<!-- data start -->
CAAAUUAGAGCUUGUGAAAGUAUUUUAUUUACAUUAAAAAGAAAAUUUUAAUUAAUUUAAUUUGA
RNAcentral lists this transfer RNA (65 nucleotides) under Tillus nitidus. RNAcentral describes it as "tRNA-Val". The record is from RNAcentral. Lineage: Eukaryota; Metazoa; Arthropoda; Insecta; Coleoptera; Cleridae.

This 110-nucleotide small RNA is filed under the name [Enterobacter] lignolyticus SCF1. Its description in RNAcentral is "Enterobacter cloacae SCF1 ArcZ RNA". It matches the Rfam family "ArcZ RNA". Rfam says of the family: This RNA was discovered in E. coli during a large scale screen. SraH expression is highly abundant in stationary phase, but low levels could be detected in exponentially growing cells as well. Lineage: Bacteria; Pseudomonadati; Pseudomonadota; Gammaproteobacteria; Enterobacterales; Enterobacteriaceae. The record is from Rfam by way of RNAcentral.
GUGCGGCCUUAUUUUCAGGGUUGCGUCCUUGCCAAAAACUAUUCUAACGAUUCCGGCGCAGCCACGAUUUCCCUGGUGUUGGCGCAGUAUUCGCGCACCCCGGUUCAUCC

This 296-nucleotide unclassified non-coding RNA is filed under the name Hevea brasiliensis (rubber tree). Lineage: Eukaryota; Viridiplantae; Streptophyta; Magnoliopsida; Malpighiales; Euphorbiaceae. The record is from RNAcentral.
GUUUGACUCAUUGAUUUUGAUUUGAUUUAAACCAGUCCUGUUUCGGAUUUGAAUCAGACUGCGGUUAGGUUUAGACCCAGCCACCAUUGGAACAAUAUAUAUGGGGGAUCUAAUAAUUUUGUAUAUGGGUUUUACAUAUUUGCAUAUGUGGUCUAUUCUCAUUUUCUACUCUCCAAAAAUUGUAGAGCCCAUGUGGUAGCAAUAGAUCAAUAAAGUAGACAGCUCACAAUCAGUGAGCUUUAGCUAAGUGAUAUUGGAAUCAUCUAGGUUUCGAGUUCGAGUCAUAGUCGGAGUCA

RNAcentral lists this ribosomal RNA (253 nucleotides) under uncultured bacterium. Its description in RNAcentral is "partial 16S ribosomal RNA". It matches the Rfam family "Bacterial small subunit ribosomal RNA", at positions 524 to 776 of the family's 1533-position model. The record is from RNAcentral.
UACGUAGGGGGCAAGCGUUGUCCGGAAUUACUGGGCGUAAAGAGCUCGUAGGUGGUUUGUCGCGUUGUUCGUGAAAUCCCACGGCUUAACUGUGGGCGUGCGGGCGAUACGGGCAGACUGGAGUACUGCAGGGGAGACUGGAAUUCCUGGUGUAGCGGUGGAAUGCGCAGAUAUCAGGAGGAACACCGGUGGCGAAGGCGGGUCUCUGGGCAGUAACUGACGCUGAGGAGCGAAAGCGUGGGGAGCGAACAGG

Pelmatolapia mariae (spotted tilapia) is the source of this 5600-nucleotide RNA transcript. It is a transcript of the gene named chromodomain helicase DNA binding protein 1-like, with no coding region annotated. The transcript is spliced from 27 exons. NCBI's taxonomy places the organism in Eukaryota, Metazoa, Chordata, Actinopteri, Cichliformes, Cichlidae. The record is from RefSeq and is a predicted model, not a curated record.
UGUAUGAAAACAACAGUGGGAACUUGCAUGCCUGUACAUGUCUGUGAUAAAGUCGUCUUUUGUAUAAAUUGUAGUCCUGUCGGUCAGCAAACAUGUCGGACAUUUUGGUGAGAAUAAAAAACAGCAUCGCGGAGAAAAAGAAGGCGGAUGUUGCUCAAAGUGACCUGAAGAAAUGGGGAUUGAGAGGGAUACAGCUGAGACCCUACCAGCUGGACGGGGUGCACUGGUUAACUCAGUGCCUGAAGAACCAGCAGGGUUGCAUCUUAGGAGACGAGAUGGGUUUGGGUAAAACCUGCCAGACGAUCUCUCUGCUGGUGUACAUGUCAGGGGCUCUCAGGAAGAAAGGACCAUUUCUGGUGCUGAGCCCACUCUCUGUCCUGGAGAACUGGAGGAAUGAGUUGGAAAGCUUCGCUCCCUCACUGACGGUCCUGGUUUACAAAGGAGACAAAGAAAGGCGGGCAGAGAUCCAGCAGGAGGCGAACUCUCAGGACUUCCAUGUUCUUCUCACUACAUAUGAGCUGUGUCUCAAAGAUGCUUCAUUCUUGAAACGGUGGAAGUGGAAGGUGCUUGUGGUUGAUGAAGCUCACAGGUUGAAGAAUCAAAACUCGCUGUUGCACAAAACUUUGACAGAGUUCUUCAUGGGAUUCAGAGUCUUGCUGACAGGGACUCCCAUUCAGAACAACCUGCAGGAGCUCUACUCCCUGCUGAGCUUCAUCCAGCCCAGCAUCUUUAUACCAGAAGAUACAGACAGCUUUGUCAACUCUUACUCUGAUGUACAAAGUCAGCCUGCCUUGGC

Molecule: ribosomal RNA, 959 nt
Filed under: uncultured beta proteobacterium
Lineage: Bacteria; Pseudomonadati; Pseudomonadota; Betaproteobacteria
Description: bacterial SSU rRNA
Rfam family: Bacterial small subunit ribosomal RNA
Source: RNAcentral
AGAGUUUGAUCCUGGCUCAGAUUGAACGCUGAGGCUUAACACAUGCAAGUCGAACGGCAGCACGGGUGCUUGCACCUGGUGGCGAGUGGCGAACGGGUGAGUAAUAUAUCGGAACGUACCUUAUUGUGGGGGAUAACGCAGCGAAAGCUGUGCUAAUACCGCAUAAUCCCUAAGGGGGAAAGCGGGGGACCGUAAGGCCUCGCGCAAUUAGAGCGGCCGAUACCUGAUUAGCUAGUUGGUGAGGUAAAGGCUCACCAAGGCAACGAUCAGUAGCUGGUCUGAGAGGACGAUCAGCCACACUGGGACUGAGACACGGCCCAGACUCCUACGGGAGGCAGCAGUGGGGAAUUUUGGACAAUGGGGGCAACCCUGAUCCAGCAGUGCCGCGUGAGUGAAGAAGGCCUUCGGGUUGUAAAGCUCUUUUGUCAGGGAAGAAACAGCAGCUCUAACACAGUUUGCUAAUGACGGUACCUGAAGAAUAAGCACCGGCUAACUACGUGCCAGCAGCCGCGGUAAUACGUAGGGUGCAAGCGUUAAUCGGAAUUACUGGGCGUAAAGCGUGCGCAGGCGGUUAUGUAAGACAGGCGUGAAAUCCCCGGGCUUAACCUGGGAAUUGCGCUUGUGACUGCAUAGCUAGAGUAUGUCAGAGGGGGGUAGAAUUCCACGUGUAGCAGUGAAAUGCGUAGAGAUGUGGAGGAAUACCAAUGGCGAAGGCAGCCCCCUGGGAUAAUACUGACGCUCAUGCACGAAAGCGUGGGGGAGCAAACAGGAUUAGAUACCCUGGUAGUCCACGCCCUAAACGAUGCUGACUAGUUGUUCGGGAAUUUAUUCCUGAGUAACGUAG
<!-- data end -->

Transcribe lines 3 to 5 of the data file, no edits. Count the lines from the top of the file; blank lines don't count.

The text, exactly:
This 110-nucleotide small RNA is filed under the name [Enterobacter] lignolyticus SCF1. Its description in RNAcentral is "Enterobacter cloacae SCF1 ArcZ RNA". It matches the Rfam family "ArcZ RNA". Rfam says of the family: This RNA was discovered in E. coli during a large scale screen. SraH expression is highly abundant in stationary phase, but low levels could be detected in exponentially growing cells as well. Lineage: Bacteria; Pseudomonadati; Pseudomonadota; Gammaproteobacteria; Enterobacterales; Enterobacteriaceae. The record is from Rfam by way of RNAcentral.
GUGCGGCCUUAUUUUCAGGGUUGCGUCCUUGCCAAAAACUAUUCUAACGAUUCCGGCGCAGCCACGAUUUCCCUGGUGUUGGCGCAGUAUUCGCGCACCCCGGUUCAUCC

This 296-nucleotide unclassified non-coding RNA is filed under the name Hevea brasiliensis (rubber tree). Lineage: Eukaryota; Viridiplantae; Streptophyta; Magnoliopsida; Malpighiales; Euphorbiaceae. The record is from RNAcentral.